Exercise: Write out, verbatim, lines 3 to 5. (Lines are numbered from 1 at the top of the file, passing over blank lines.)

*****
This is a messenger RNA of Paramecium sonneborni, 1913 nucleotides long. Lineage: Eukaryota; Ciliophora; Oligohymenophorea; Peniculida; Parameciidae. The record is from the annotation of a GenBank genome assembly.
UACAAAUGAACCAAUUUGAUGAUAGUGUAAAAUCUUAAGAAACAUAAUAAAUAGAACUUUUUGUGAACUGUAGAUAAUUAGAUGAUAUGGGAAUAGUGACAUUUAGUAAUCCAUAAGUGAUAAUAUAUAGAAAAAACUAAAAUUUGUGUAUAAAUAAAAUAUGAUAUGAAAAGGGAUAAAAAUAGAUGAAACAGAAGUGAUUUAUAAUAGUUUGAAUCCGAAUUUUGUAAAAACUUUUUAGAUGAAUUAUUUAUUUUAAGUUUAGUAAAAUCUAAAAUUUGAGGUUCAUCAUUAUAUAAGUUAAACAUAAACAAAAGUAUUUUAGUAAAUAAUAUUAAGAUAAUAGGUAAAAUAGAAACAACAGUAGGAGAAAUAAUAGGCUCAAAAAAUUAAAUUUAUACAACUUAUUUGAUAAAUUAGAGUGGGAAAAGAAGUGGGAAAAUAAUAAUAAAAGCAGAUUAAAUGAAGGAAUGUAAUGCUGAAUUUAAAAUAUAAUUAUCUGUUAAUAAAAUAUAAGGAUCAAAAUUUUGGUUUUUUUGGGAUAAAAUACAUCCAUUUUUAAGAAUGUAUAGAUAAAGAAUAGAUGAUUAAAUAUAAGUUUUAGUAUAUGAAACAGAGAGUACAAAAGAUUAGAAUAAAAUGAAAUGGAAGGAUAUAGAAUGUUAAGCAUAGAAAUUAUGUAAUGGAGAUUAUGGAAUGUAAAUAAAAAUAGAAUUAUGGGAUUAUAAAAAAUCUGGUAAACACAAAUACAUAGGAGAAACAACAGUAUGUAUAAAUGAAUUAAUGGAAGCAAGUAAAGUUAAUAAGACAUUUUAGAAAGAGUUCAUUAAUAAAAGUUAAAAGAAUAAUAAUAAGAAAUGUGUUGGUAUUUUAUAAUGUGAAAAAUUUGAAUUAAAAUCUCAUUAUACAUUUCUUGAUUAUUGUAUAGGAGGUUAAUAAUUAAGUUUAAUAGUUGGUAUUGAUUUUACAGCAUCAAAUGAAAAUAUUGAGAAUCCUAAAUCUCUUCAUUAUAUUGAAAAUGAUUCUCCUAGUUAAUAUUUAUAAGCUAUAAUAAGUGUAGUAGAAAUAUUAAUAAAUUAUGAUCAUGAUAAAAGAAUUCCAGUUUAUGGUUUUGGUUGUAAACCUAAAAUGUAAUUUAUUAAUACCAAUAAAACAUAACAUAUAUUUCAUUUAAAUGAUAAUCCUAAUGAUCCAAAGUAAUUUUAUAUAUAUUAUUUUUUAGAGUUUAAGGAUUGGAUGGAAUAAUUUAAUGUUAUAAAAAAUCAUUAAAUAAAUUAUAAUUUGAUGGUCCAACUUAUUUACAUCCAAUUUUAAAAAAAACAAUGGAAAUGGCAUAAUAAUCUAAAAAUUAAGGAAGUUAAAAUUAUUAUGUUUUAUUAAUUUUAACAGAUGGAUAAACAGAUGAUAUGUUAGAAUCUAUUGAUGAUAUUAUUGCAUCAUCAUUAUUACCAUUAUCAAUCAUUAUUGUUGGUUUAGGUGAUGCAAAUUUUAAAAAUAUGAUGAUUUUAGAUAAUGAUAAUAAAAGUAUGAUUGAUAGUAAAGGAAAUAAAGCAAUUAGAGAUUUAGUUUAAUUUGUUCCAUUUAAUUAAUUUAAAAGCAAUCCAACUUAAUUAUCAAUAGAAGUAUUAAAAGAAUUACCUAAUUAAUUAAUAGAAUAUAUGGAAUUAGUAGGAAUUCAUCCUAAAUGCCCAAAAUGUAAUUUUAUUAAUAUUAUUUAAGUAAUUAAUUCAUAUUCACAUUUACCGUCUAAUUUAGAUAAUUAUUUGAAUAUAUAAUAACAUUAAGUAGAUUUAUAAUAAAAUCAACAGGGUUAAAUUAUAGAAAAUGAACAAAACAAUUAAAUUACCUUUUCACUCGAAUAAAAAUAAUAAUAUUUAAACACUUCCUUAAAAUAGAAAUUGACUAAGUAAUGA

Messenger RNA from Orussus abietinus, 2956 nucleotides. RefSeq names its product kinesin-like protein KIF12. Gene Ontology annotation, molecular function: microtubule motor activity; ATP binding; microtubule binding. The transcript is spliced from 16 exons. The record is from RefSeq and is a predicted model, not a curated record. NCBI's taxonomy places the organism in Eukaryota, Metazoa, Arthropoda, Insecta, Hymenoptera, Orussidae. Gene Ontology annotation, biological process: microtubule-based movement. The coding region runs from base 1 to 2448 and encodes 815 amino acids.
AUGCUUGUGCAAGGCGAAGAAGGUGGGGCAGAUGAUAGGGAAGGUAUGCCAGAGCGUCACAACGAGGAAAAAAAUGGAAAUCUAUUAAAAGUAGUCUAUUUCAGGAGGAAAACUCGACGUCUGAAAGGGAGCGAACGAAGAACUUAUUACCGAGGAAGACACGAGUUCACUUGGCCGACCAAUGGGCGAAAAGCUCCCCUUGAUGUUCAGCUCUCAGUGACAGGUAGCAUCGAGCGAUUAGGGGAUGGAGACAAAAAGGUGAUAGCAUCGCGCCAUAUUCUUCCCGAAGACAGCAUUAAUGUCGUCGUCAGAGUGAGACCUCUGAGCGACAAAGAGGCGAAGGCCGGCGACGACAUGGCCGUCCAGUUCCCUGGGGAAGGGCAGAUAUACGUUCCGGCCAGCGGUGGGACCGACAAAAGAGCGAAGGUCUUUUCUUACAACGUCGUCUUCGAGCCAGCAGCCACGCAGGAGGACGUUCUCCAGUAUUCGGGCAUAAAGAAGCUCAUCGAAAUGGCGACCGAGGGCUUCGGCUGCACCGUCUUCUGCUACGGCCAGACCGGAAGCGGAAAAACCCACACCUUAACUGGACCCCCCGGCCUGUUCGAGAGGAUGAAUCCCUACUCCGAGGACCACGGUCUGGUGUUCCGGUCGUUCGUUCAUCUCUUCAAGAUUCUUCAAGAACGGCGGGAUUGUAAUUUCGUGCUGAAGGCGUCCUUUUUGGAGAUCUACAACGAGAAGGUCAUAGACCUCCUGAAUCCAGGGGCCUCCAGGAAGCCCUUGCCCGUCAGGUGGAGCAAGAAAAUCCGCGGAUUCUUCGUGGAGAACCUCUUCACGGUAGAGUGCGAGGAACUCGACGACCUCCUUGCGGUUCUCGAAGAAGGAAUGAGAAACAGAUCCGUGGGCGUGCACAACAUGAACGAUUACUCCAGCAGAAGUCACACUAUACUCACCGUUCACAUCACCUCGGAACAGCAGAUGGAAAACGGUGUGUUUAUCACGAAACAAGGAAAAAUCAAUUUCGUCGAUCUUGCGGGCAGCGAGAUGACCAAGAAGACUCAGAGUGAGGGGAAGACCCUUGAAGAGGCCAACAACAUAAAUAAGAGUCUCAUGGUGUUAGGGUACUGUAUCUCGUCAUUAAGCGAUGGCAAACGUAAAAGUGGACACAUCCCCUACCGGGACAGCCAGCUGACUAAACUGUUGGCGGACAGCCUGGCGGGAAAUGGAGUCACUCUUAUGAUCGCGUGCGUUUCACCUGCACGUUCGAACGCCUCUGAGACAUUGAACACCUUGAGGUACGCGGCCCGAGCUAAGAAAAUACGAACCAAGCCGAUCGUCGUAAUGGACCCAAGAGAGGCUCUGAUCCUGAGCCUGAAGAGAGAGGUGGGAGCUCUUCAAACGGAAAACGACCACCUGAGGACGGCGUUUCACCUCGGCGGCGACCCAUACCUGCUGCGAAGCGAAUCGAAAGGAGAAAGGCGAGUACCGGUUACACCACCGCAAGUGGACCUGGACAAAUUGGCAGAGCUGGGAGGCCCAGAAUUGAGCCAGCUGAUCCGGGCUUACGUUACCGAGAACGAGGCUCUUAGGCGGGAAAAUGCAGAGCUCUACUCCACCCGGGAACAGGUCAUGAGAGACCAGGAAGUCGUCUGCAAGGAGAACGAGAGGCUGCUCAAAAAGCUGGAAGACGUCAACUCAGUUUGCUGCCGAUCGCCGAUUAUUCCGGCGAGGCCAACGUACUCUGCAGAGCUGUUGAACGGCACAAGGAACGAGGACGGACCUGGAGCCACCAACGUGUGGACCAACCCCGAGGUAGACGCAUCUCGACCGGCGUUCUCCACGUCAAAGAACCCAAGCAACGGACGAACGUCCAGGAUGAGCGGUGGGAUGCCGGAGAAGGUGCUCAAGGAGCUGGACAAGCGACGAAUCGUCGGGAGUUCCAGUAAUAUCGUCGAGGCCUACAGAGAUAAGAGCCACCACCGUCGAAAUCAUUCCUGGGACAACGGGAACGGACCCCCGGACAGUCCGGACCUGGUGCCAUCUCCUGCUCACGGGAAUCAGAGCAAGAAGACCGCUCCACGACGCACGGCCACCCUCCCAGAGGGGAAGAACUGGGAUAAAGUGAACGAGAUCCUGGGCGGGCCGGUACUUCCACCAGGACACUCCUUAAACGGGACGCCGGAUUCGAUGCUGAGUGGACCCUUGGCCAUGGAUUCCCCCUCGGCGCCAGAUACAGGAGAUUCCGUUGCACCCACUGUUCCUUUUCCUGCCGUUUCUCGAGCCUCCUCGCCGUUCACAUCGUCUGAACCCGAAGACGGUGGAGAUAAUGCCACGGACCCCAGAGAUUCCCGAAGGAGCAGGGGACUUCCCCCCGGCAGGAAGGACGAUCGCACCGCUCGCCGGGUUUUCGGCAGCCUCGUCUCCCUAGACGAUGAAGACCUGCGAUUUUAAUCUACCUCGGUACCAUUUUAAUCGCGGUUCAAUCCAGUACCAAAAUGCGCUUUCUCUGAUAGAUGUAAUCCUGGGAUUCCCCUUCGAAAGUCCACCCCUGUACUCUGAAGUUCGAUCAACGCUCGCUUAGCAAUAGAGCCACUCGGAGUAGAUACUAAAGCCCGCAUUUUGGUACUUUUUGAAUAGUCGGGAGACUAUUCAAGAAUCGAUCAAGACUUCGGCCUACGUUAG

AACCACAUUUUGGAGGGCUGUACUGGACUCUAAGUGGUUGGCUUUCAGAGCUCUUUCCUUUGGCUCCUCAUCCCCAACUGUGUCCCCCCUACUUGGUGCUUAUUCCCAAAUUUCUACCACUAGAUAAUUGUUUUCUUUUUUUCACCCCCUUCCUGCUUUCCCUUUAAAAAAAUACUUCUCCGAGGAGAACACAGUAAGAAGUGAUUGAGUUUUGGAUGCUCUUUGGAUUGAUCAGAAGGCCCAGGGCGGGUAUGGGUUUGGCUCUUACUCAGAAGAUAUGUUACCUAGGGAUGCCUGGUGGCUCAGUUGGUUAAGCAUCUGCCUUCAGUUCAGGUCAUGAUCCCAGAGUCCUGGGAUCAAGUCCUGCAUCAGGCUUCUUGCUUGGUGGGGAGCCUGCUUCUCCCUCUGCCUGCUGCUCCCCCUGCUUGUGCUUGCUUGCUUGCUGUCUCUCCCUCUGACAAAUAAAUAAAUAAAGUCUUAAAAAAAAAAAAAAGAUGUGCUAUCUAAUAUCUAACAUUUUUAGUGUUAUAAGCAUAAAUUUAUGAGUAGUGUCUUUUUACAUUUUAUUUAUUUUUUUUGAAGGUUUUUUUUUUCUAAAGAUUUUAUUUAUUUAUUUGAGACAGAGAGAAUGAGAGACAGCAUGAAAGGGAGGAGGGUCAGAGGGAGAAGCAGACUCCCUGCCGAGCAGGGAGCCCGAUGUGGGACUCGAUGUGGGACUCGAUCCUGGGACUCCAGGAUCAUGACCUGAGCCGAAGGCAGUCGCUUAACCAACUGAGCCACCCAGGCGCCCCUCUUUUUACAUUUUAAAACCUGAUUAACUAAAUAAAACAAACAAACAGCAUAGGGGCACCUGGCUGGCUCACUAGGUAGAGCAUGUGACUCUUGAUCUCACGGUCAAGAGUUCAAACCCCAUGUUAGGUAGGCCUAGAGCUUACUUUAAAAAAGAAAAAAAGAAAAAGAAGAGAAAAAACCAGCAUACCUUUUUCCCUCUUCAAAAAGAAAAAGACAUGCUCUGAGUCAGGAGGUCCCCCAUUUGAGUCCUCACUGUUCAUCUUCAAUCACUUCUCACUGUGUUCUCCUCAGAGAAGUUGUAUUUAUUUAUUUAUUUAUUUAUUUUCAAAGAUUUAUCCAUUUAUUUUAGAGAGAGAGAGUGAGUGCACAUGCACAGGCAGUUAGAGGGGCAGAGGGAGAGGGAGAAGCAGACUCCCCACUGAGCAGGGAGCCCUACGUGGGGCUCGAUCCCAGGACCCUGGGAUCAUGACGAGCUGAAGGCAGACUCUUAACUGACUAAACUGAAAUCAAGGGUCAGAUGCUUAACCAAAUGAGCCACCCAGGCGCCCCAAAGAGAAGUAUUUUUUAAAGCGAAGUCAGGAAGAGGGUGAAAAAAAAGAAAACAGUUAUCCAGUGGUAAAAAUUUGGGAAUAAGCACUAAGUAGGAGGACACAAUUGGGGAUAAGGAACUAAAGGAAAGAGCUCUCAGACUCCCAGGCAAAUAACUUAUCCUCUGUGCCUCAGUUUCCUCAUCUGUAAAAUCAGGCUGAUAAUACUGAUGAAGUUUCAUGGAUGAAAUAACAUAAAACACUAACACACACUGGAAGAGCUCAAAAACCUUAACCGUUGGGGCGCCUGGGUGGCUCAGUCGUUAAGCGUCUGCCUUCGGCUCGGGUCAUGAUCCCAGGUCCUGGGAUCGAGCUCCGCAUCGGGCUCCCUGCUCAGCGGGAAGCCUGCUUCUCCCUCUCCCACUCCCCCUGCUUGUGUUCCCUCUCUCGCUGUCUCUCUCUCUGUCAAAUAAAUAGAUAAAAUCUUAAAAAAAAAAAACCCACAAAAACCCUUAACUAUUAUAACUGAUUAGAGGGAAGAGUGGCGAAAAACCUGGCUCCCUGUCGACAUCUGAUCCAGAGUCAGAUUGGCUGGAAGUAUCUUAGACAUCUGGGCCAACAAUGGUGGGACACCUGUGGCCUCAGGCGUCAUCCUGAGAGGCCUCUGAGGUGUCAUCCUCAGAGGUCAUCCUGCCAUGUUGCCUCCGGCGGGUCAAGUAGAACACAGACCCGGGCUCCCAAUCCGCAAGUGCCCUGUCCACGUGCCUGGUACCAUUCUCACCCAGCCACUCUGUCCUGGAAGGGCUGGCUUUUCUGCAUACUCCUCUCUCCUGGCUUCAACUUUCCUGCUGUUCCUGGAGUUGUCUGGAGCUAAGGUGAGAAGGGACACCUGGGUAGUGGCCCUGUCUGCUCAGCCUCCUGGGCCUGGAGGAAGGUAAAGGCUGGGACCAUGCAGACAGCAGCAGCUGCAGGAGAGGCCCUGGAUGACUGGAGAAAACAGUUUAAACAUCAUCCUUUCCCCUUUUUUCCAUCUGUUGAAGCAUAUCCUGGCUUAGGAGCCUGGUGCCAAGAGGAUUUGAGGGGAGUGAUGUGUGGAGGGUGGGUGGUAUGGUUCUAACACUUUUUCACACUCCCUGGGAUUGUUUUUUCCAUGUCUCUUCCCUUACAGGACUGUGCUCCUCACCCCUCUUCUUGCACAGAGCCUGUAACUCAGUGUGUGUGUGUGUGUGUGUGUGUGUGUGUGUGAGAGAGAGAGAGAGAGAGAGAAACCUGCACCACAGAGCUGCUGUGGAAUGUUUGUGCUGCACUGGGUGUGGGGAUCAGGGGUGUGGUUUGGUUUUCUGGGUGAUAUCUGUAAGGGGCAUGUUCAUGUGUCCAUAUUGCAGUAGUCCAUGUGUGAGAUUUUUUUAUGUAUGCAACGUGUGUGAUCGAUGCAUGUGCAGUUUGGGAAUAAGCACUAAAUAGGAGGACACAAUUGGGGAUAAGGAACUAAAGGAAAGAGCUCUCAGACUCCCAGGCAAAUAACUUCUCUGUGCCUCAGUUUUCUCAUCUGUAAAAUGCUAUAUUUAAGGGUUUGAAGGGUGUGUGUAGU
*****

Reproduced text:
Messenger RNA from Orussus abietinus, 2956 nucleotides. RefSeq names its product kinesin-like protein KIF12. Gene Ontology annotation, molecular function: microtubule motor activity; ATP binding; microtubule binding. The transcript is spliced from 16 exons. The record is from RefSeq and is a predicted model, not a curated record. NCBI's taxonomy places the organism in Eukaryota, Metazoa, Arthropoda, Insecta, Hymenoptera, Orussidae. Gene Ontology annotation, biological process: microtubule-based movement. The coding region runs from base 1 to 2448 and encodes 815 amino acids.
AUGCUUGUGCAAGGCGAAGAAGGUGGGGCAGAUGAUAGGGAAGGUAUGCCAGAGCGUCACAACGAGGAAAAAAAUGGAAAUCUAUUAAAAGUAGUCUAUUUCAGGAGGAAAACUCGACGUCUGAAAGGGAGCGAACGAAGAACUUAUUACCGAGGAAGACACGAGUUCACUUGGCCGACCAAUGGGCGAAAAGCUCCCCUUGAUGUUCAGCUCUCAGUGACAGGUAGCAUCGAGCGAUUAGGGGAUGGAGACAAAAAGGUGAUAGCAUCGCGCCAUAUUCUUCCCGAAGACAGCAUUAAUGUCGUCGUCAGAGUGAGACCUCUGAGCGACAAAGAGGCGAAGGCCGGCGACGACAUGGCCGUCCAGUUCCCUGGGGAAGGGCAGAUAUACGUUCCGGCCAGCGGUGGGACCGACAAAAGAGCGAAGGUCUUUUCUUACAACGUCGUCUUCGAGCCAGCAGCCACGCAGGAGGACGUUCUCCAGUAUUCGGGCAUAAAGAAGCUCAUCGAAAUGGCGACCGAGGGCUUCGGCUGCACCGUCUUCUGCUACGGCCAGACCGGAAGCGGAAAAACCCACACCUUAACUGGACCCCCCGGCCUGUUCGAGAGGAUGAAUCCCUACUCCGAGGACCACGGUCUGGUGUUCCGGUCGUUCGUUCAUCUCUUCAAGAUUCUUCAAGAACGGCGGGAUUGUAAUUUCGUGCUGAAGGCGUCCUUUUUGGAGAUCUACAACGAGAAGGUCAUAGACCUCCUGAAUCCAGGGGCCUCCAGGAAGCCCUUGCCCGUCAGGUGGAGCAAGAAAAUCCGCGGAUUCUUCGUGGAGAACCUCUUCACGGUAGAGUGCGAGGAACUCGACGACCUCCUUGCGGUUCUCGAAGAAGGAAUGAGAAACAGAUCCGUGGGCGUGCACAACAUGAACGAUUACUCCAGCAGAAGUCACACUAUACUCACCGUUCACAUCACCUCGGAACAGCAGAUGGAAAACGGUGUGUUUAUCACGAAACAAGGAAAAAUCAAUUUCGUCGAUCUUGCGGGCAGCGAGAUGACCAAGAAGACUCAGAGUGAGGGGAAGACCCUUGAAGAGGCCAACAACAUAAAUAAGAGUCUCAUGGUGUUAGGGUACUGUAUCUCGUCAUUAAGCGAUGGCAAACGUAAAAGUGGACACAUCCCCUACCGGGACAGCCAGCUGACUAAACUGUUGGCGGACAGCCUGGCGGGAAAUGGAGUCACUCUUAUGAUCGCGUGCGUUUCACCUGCACGUUCGAACGCCUCUGAGACAUUGAACACCUUGAGGUACGCGGCCCGAGCUAAGAAAAUACGAACCAAGCCGAUCGUCGUAAUGGACCCAAGAGAGGCUCUGAUCCUGAGCCUGAAGAGAGAGGUGGGAGCUCUUCAAACGGAAAACGACCACCUGAGGACGGCGUUUCACCUCGGCGGCGACCCAUACCUGCUGCGAAGCGAAUCGAAAGGAGAAAGGCGAGUACCGGUUACACCACCGCAAGUGGACCUGGACAAAUUGGCAGAGCUGGGAGGCCCAGAAUUGAGCCAGCUGAUCCGGGCUUACGUUACCGAGAACGAGGCUCUUAGGCGGGAAAAUGCAGAGCUCUACUCCACCCGGGAACAGGUCAUGAGAGACCAGGAAGUCGUCUGCAAGGAGAACGAGAGGCUGCUCAAAAAGCUGGAAGACGUCAACUCAGUUUGCUGCCGAUCGCCGAUUAUUCCGGCGAGGCCAACGUACUCUGCAGAGCUGUUGAACGGCACAAGGAACGAGGACGGACCUGGAGCCACCAACGUGUGGACCAACCCCGAGGUAGACGCAUCUCGACCGGCGUUCUCCACGUCAAAGAACCCAAGCAACGGACGAACGUCCAGGAUGAGCGGUGGGAUGCCGGAGAAGGUGCUCAAGGAGCUGGACAAGCGACGAAUCGUCGGGAGUUCCAGUAAUAUCGUCGAGGCCUACAGAGAUAAGAGCCACCACCGUCGAAAUCAUUCCUGGGACAACGGGAACGGACCCCCGGACAGUCCGGACCUGGUGCCAUCUCCUGCUCACGGGAAUCAGAGCAAGAAGACCGCUCCACGACGCACGGCCACCCUCCCAGAGGGGAAGAACUGGGAUAAAGUGAACGAGAUCCUGGGCGGGCCGGUACUUCCACCAGGACACUCCUUAAACGGGACGCCGGAUUCGAUGCUGAGUGGACCCUUGGCCAUGGAUUCCCCCUCGGCGCCAGAUACAGGAGAUUCCGUUGCACCCACUGUUCCUUUUCCUGCCGUUUCUCGAGCCUCCUCGCCGUUCACAUCGUCUGAACCCGAAGACGGUGGAGAUAAUGCCACGGACCCCAGAGAUUCCCGAAGGAGCAGGGGACUUCCCCCCGGCAGGAAGGACGAUCGCACCGCUCGCCGGGUUUUCGGCAGCCUCGUCUCCCUAGACGAUGAAGACCUGCGAUUUUAAUCUACCUCGGUACCAUUUUAAUCGCGGUUCAAUCCAGUACCAAAAUGCGCUUUCUCUGAUAGAUGUAAUCCUGGGAUUCCCCUUCGAAAGUCCACCCCUGUACUCUGAAGUUCGAUCAACGCUCGCUUAGCAAUAGAGCCACUCGGAGUAGAUACUAAAGCCCGCAUUUUGGUACUUUUUGAAUAGUCGGGAGACUAUUCAAGAAUCGAUCAAGACUUCGGCCUACGUUAG

AACCACAUUUUGGAGGGCUGUACUGGACUCUAAGUGGUUGGCUUUCAGAGCUCUUUCCUUUGGCUCCUCAUCCCCAACUGUGUCCCCCCUACUUGGUGCUUAUUCCCAAAUUUCUACCACUAGAUAAUUGUUUUCUUUUUUUCACCCCCUUCCUGCUUUCCCUUUAAAAAAAUACUUCUCCGAGGAGAACACAGUAAGAAGUGAUUGAGUUUUGGAUGCUCUUUGGAUUGAUCAGAAGGCCCAGGGCGGGUAUGGGUUUGGCUCUUACUCAGAAGAUAUGUUACCUAGGGAUGCCUGGUGGCUCAGUUGGUUAAGCAUCUGCCUUCAGUUCAGGUCAUGAUCCCAGAGUCCUGGGAUCAAGUCCUGCAUCAGGCUUCUUGCUUGGUGGGGAGCCUGCUUCUCCCUCUGCCUGCUGCUCCCCCUGCUUGUGCUUGCUUGCUUGCUGUCUCUCCCUCUGACAAAUAAAUAAAUAAAGUCUUAAAAAAAAAAAAAAGAUGUGCUAUCUAAUAUCUAACAUUUUUAGUGUUAUAAGCAUAAAUUUAUGAGUAGUGUCUUUUUACAUUUUAUUUAUUUUUUUUGAAGGUUUUUUUUUUCUAAAGAUUUUAUUUAUUUAUUUGAGACAGAGAGAAUGAGAGACAGCAUGAAAGGGAGGAGGGUCAGAGGGAGAAGCAGACUCCCUGCCGAGCAGGGAGCCCGAUGUGGGACUCGAUGUGGGACUCGAUCCUGGGACUCCAGGAUCAUGACCUGAGCCGAAGGCAGUCGCUUAACCAACUGAGCCACCCAGGCGCCCCUCUUUUUACAUUUUAAAACCUGAUUAACUAAAUAAAACAAACAAACAGCAUAGGGGCACCUGGCUGGCUCACUAGGUAGAGCAUGUGACUCUUGAUCUCACGGUCAAGAGUUCAAACCCCAUGUUAGGUAGGCCUAGAGCUUACUUUAAAAAAGAAAAAAAGAAAAAGAAGAGAAAAAACCAGCAUACCUUUUUCCCUCUUCAAAAAGAAAAAGACAUGCUCUGAGUCAGGAGGUCCCCCAUUUGAGUCCUCACUGUUCAUCUUCAAUCACUUCUCACUGUGUUCUCCUCAGAGAAGUUGUAUUUAUUUAUUUAUUUAUUUAUUUUCAAAGAUUUAUCCAUUUAUUUUAGAGAGAGAGAGUGAGUGCACAUGCACAGGCAGUUAGAGGGGCAGAGGGAGAGGGAGAAGCAGACUCCCCACUGAGCAGGGAGCCCUACGUGGGGCUCGAUCCCAGGACCCUGGGAUCAUGACGAGCUGAAGGCAGACUCUUAACUGACUAAACUGAAAUCAAGGGUCAGAUGCUUAACCAAAUGAGCCACCCAGGCGCCCCAAAGAGAAGUAUUUUUUAAAGCGAAGUCAGGAAGAGGGUGAAAAAAAAGAAAACAGUUAUCCAGUGGUAAAAAUUUGGGAAUAAGCACUAAGUAGGAGGACACAAUUGGGGAUAAGGAACUAAAGGAAAGAGCUCUCAGACUCCCAGGCAAAUAACUUAUCCUCUGUGCCUCAGUUUCCUCAUCUGUAAAAUCAGGCUGAUAAUACUGAUGAAGUUUCAUGGAUGAAAUAACAUAAAACACUAACACACACUGGAAGAGCUCAAAAACCUUAACCGUUGGGGCGCCUGGGUGGCUCAGUCGUUAAGCGUCUGCCUUCGGCUCGGGUCAUGAUCCCAGGUCCUGGGAUCGAGCUCCGCAUCGGGCUCCCUGCUCAGCGGGAAGCCUGCUUCUCCCUCUCCCACUCCCCCUGCUUGUGUUCCCUCUCUCGCUGUCUCUCUCUCUGUCAAAUAAAUAGAUAAAAUCUUAAAAAAAAAAAACCCACAAAAACCCUUAACUAUUAUAACUGAUUAGAGGGAAGAGUGGCGAAAAACCUGGCUCCCUGUCGACAUCUGAUCCAGAGUCAGAUUGGCUGGAAGUAUCUUAGACAUCUGGGCCAACAAUGGUGGGACACCUGUGGCCUCAGGCGUCAUCCUGAGAGGCCUCUGAGGUGUCAUCCUCAGAGGUCAUCCUGCCAUGUUGCCUCCGGCGGGUCAAGUAGAACACAGACCCGGGCUCCCAAUCCGCAAGUGCCCUGUCCACGUGCCUGGUACCAUUCUCACCCAGCCACUCUGUCCUGGAAGGGCUGGCUUUUCUGCAUACUCCUCUCUCCUGGCUUCAACUUUCCUGCUGUUCCUGGAGUUGUCUGGAGCUAAGGUGAGAAGGGACACCUGGGUAGUGGCCCUGUCUGCUCAGCCUCCUGGGCCUGGAGGAAGGUAAAGGCUGGGACCAUGCAGACAGCAGCAGCUGCAGGAGAGGCCCUGGAUGACUGGAGAAAACAGUUUAAACAUCAUCCUUUCCCCUUUUUUCCAUCUGUUGAAGCAUAUCCUGGCUUAGGAGCCUGGUGCCAAGAGGAUUUGAGGGGAGUGAUGUGUGGAGGGUGGGUGGUAUGGUUCUAACACUUUUUCACACUCCCUGGGAUUGUUUUUUCCAUGUCUCUUCCCUUACAGGACUGUGCUCCUCACCCCUCUUCUUGCACAGAGCCUGUAACUCAGUGUGUGUGUGUGUGUGUGUGUGUGUGUGUGUGAGAGAGAGAGAGAGAGAGAGAAACCUGCACCACAGAGCUGCUGUGGAAUGUUUGUGCUGCACUGGGUGUGGGGAUCAGGGGUGUGGUUUGGUUUUCUGGGUGAUAUCUGUAAGGGGCAUGUUCAUGUGUCCAUAUUGCAGUAGUCCAUGUGUGAGAUUUUUUUAUGUAUGCAACGUGUGUGAUCGAUGCAUGUGCAGUUUGGGAAUAAGCACUAAAUAGGAGGACACAAUUGGGGAUAAGGAACUAAAGGAAAGAGCUCUCAGACUCCCAGGCAAAUAACUUCUCUGUGCCUCAGUUUUCUCAUCUGUAAAAUGCUAUAUUUAAGGGUUUGAAGGGUGUGUGUAGU